National Express bidder is revealed
THE mystery bidder for beleaguered public transport group National Express, which operates most train services in East Anglia, was today revealed to be a partnership between the group's largest existing shareholder and a private equity house.
THE mystery bidder for beleaguered public transport group National Express, which operates most train services in East Anglia, has been revealed as a partnership between the group's largest existing shareholder and a private equity house.
The Spanish-based Cosmen family, which holds an 18.5% stake in National Express, has teamed up with buy-out specialist CVC in a joint approach which reportedly values the group at more than �500million.
FirstGroup, the UK's biggest public transport firm, pulled out of a possible bid for National Express earlier this week, on the grounds of “uncertainties” over its business.
National Express announced at the start of July that it planned to walk away from its loss-making East Coast rail franchise following the failure of efforts to renegotiate the deal with the Department for Transport.
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The Government responded with a warning that the group could also be stripped of its two other rail franchises - East Anglia and the separate c2c commuter service in south Essex.
As news of FirstGroup's withdrawal emerged late on Wednesday, National Express disclosed that it had received an approach from a second, unnamed party, which was widely rumoured to be bus and train rival Stagecoach.
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However, CVC confirmed a report in the Financial Times that it was behind the approach, together with the Cosmen family, which includes National Express deputy chairman Jorge Cosmen.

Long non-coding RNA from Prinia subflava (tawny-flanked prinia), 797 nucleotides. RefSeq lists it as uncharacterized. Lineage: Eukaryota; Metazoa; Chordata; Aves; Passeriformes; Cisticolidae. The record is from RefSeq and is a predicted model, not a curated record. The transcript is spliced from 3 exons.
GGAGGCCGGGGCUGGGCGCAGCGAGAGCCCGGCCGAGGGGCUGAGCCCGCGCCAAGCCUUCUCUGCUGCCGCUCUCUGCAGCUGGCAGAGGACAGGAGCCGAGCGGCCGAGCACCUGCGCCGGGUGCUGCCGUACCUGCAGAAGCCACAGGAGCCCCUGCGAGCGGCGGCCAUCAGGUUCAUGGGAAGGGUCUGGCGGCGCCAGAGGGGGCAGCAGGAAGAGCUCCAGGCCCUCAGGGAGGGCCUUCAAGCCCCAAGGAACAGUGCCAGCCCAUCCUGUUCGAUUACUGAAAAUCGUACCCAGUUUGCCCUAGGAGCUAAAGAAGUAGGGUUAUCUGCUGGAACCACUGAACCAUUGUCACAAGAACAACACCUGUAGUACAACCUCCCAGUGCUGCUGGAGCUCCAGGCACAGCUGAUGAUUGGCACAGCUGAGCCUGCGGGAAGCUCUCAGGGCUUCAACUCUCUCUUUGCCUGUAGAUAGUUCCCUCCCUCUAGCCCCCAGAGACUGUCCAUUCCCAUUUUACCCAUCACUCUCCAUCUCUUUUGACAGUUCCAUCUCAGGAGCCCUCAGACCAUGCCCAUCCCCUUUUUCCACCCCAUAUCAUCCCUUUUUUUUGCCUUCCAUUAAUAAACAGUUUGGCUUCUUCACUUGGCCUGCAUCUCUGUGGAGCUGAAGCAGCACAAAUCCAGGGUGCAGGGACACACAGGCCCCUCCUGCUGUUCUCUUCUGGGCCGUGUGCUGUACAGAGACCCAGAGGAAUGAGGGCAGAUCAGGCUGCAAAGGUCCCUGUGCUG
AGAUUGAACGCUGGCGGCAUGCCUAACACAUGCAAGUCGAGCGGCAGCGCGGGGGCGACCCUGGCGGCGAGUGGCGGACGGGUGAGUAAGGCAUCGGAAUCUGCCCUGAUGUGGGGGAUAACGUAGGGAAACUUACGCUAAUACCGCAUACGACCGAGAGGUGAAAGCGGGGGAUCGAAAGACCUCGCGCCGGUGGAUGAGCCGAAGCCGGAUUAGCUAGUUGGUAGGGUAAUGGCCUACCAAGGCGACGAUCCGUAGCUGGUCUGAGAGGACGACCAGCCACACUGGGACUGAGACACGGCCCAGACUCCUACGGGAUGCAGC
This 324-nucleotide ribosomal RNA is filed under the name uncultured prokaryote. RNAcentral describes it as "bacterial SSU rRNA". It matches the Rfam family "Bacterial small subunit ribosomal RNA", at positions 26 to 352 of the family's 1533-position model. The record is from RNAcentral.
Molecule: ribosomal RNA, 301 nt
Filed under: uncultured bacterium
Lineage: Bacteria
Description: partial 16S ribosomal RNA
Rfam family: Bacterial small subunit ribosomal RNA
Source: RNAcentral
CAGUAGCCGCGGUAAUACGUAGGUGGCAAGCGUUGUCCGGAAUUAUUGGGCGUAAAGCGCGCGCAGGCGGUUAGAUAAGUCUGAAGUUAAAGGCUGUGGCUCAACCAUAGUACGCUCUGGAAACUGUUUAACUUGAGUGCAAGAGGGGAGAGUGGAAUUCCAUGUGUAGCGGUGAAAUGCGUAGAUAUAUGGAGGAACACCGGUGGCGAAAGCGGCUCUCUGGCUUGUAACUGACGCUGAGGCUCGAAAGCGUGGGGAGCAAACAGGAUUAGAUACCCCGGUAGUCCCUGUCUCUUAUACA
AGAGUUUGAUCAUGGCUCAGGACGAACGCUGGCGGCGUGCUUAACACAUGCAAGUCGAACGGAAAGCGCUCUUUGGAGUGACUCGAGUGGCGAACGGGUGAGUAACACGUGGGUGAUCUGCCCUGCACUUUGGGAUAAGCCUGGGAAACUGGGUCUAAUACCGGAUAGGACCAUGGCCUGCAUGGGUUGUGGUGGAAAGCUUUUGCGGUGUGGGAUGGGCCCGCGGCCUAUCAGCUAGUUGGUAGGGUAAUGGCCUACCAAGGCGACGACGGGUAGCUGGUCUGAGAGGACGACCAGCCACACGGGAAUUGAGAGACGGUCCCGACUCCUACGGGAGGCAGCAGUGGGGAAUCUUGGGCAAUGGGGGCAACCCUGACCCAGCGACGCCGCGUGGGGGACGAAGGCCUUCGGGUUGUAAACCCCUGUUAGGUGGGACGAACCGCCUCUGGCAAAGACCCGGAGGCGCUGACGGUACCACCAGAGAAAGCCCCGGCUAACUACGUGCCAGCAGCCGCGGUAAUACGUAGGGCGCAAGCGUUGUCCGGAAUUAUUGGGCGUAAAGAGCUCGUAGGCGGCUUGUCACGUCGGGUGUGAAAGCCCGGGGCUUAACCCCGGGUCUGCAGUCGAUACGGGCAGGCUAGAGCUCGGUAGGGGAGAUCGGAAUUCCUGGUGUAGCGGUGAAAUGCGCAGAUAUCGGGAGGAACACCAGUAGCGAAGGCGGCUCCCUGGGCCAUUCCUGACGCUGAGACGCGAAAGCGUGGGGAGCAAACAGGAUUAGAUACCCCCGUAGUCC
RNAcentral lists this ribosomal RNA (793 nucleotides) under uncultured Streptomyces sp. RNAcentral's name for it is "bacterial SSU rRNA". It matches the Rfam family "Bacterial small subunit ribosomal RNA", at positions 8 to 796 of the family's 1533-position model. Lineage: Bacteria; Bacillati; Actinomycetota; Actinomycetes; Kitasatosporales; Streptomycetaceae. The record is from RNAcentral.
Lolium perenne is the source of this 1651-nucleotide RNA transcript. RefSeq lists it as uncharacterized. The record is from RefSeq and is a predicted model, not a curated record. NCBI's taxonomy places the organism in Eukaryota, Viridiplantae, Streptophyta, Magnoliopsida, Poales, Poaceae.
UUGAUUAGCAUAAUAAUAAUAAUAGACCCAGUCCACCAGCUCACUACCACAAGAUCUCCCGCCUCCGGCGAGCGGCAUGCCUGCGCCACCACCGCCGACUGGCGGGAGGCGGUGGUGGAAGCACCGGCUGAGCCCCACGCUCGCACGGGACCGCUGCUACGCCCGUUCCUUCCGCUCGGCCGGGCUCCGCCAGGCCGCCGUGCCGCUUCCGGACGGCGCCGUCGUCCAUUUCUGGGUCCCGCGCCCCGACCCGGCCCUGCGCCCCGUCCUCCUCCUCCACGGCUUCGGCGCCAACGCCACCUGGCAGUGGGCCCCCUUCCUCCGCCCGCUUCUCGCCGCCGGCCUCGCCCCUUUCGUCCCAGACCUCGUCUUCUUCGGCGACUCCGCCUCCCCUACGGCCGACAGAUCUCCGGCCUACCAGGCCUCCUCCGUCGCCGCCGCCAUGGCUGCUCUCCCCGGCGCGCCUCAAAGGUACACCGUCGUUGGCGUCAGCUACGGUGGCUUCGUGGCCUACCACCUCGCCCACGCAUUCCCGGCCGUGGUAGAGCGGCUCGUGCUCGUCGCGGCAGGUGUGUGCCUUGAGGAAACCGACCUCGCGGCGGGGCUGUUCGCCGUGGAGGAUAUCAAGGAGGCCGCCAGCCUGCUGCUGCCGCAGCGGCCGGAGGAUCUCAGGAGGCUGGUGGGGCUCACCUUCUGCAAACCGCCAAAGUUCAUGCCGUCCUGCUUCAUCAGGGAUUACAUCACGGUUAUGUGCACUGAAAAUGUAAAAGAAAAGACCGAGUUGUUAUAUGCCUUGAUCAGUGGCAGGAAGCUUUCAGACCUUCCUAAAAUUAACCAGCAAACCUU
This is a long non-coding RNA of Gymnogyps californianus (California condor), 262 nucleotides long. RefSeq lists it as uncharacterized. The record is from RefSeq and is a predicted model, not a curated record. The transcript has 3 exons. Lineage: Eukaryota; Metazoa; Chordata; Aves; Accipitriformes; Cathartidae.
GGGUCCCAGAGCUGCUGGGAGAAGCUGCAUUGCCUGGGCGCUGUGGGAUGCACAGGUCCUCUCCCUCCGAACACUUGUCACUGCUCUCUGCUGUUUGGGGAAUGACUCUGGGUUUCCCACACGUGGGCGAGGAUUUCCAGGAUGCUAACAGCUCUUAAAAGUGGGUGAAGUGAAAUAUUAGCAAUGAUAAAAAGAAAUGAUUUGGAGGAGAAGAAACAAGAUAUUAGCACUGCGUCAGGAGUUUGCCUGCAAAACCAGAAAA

CVC declined to comment on the value of the indicative offer, but it is thought to fall short of the 400p a share being sought by National Express, which would value the group at around �620 million.
Stagecoach, together with another public transport rival, Go-Ahead, are both said still to be considering their options but have not yet approached National Express.
The Cosmen family received a 9.9% stake in National Express - to which they have since added - when their bus business Alsa was acquired by the UK group in a �262million deal in 2005.
Besides its difficulties with the East Coast franchise, earnings from which have fallen far short of the premium due to the Government under the deal, National Express also faces a �1.2billion debt mountain, much of its resulting from the takeover of Alsa and a second Spanish business, Continental Auto, in a �450million deal in 2007.
The �40million of funding it has committed to the East Coast franchise is expected to be exhausted by the end of this year, with the DfT in the process of setting up a new company ready to take over the operation until a new franchise can be awarded.